I would not be inclined to trust magazine sponsored "tests". The methods, standards and scope are not only subject to bias; but, full procedural documentation is not available to allow verification of the results or peer review. The degree to which "controlled conditions" is applied in these "tests" is not at all without fault. Further multiple tests are not conducted to allow correlation of the resultant data sets.
While you are exactly correct, THX will test a product to determine compliance to a set of established criteria (criteria known to the submitting party prior to submission), it is the genesis of the criteria and consistency of the testing process which comes into play. The criteria is developed, and pass/fail metrics, are established prior to any testing and without regard to any manufacturer or technical approach or, in your case, material. The audio and video criteria to pass are based upon what is required to achieve a desired result or meet a predefined standard. As an individual with industry experience, you are certainly aware that meeting the height of that bar is not an easy nor straight forward process...even knowing the criteria in advance. Many, many have gone back to the bench for redesign to pass.
With THX, you must meet some predefined standard which has been designed to assure a specific level of performance. In an independent third party lab, there is no such standard to meet ... simply tests with data flowing from those tests. With standardized testing, products can be compared without bias. That's a good thing; but, in the absence of a minimum set of criteria, who's to know if the differences between two products make a twits bit of difference in the intended application. In the world of AT screens all tests have been conducted using different equipment, in different environments under different testing conditions. Secondly, I know of no such testing which has not been "encouraged by" or sponsored by someone with no vested interest in the outcome. In the case of THX, youse pays your testing fees whether or pass or don't. Clearly both parties want a "pass" but a pass is never assured...you meet the mark or you don't and just because you paid a fee, doesn't mean you get to slide under the bar.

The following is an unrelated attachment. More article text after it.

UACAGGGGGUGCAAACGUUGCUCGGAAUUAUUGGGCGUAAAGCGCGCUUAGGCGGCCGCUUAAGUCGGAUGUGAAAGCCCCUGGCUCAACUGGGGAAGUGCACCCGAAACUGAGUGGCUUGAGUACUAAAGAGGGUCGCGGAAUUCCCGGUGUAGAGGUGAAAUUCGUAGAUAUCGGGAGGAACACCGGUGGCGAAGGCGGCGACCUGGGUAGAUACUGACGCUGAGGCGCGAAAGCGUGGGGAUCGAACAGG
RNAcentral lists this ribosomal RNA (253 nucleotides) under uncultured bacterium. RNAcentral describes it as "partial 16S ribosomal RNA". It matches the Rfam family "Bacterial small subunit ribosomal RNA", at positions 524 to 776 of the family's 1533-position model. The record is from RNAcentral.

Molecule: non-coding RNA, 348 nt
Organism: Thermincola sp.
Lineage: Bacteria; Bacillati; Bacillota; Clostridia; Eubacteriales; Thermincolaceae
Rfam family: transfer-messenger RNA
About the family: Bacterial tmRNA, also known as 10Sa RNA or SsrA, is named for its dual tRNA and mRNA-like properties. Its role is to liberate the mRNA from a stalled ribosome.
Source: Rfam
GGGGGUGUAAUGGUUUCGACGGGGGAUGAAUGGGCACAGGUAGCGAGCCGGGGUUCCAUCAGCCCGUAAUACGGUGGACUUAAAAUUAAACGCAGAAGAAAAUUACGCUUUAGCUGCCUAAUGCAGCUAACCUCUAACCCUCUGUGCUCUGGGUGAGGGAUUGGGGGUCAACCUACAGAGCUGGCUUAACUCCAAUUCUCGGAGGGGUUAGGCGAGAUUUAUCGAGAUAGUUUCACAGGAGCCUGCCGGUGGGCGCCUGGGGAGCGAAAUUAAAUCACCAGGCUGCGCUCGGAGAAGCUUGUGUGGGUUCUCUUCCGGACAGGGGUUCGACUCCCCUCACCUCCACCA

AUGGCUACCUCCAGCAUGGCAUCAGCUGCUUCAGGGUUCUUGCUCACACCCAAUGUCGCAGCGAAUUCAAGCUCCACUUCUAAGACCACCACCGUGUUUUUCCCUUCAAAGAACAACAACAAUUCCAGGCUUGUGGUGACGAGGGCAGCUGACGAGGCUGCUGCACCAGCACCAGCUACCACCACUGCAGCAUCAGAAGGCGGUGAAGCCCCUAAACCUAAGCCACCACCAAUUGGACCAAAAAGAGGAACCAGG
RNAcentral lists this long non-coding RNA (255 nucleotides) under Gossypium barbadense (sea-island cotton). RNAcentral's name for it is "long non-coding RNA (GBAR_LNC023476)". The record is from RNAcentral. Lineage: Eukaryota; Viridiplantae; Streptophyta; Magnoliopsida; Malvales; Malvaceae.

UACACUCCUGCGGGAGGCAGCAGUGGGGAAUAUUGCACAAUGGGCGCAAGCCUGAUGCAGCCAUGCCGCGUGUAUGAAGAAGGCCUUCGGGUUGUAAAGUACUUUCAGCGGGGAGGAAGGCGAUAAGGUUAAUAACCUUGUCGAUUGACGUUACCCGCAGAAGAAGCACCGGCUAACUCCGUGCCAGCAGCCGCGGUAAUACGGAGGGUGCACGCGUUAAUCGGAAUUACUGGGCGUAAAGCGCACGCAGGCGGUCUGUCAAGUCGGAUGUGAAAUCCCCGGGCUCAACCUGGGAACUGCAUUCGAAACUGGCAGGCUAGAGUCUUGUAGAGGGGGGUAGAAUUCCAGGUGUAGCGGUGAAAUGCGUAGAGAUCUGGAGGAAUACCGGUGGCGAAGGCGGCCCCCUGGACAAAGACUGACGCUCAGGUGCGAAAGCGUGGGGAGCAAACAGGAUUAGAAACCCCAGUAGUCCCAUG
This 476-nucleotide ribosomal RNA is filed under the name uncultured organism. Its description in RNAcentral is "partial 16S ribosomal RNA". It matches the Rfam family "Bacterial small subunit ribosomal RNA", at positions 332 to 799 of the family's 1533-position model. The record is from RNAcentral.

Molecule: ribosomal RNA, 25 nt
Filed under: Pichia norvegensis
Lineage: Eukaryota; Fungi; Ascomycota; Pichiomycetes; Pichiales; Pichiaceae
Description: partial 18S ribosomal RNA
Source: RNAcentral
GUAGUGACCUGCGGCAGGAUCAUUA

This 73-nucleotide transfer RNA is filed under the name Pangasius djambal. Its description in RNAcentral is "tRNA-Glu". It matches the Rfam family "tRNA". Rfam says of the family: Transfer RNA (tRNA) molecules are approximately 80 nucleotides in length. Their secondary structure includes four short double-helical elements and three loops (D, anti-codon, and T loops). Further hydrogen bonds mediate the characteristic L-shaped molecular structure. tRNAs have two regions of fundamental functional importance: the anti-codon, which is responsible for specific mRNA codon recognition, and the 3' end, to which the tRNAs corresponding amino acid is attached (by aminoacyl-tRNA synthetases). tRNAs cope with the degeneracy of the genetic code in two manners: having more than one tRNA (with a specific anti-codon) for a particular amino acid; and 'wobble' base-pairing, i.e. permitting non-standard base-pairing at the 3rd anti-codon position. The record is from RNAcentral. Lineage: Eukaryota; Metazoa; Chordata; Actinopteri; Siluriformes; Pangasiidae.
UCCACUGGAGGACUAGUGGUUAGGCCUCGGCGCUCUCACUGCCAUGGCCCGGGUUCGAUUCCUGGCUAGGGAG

Gary and his crew do some credible work; however, we must recognize our testing equipment can measure events way beyond the ability of humans to detect or perceive. The ability to test beyond perception is helpful if we're trying to determine a cause behind a problem. What needs to be first established is exactly what is the desired baseline of performance. Then, determine from the testing whether or not these baselines have been achieved. For example, if one screen exhibits a 1 dB roll off between 19kHz and 20kHz, is that relevant? It certainly is to the marketing lads; but, for the material's intended purpose, not at all relevant.
I am reasonably certain there are products on the market today which were submitted to THX for certification and failed. The manufacturer, for any number of reasons simply made the decision to perfume the pig and move on.